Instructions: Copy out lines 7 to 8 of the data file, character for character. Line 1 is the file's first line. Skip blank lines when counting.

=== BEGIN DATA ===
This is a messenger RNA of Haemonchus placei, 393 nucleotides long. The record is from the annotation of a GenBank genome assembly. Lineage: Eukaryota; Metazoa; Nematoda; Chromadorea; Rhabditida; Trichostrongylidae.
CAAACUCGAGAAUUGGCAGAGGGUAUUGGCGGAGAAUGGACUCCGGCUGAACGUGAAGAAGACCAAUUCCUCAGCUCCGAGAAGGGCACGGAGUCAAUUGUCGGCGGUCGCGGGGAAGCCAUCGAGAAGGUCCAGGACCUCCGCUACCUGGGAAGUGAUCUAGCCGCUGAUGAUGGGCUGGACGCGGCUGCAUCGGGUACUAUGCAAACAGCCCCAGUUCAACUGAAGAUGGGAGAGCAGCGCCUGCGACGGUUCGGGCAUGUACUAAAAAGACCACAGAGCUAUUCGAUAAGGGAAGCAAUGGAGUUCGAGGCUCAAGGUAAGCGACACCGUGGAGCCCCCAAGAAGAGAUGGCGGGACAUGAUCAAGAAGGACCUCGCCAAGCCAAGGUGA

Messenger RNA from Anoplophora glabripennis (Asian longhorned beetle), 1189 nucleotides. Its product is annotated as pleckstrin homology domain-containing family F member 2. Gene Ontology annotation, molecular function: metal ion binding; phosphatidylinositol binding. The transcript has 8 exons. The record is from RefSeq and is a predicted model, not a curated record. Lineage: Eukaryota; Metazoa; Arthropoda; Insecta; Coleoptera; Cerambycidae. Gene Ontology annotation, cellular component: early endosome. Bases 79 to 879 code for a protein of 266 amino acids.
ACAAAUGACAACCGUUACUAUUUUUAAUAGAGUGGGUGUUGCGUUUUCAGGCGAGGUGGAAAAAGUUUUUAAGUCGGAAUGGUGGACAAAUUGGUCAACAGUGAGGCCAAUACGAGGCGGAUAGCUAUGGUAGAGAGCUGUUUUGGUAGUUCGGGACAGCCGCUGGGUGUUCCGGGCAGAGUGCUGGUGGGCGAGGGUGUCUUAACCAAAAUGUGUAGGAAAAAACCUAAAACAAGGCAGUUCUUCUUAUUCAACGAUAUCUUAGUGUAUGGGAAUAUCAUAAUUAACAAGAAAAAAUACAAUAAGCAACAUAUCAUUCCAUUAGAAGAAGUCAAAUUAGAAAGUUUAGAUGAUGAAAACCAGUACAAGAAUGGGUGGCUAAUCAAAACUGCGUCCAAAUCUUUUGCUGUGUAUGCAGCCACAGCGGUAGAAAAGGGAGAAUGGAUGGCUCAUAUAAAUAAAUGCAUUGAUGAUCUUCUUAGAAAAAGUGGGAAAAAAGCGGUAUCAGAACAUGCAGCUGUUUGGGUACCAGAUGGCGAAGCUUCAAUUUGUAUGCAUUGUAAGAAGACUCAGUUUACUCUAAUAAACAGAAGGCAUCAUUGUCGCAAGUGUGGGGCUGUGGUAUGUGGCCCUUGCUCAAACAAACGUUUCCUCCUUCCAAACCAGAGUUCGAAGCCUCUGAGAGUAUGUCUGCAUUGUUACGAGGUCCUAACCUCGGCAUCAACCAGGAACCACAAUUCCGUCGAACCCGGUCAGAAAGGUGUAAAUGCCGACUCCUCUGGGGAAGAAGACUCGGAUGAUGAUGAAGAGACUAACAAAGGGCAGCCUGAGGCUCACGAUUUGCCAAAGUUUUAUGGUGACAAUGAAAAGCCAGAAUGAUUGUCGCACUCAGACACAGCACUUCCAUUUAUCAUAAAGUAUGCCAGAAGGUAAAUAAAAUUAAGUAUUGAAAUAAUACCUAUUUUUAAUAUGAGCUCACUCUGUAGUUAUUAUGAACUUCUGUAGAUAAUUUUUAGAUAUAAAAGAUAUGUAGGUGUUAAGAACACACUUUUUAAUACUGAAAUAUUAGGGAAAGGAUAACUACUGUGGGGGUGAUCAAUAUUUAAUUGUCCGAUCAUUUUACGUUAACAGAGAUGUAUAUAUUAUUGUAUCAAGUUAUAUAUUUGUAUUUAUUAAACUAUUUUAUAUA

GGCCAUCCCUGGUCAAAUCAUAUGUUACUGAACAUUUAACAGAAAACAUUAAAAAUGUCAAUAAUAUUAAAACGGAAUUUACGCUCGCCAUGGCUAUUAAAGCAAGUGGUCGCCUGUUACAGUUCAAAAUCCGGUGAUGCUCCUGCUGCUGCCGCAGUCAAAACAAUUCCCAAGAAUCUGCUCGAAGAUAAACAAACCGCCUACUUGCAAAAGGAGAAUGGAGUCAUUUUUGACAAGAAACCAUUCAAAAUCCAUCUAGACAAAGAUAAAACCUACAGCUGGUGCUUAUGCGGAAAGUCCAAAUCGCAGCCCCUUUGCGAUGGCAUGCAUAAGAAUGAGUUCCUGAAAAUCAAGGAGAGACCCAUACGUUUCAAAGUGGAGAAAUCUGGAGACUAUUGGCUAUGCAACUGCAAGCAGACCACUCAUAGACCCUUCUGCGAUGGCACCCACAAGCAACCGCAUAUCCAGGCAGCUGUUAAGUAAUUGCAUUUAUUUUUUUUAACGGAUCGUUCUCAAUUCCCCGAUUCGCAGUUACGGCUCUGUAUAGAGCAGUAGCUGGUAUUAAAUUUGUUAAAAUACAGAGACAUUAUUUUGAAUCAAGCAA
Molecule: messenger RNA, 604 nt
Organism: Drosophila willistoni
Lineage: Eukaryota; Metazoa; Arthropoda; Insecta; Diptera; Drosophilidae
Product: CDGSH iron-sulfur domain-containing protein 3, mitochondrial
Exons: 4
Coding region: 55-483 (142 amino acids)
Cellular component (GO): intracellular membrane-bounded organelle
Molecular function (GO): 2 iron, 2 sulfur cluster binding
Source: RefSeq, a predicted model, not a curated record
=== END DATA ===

Organism: Drosophila willistoni
Lineage: Eukaryota; Metazoa; Arthropoda; Insecta; Diptera; Drosophilidae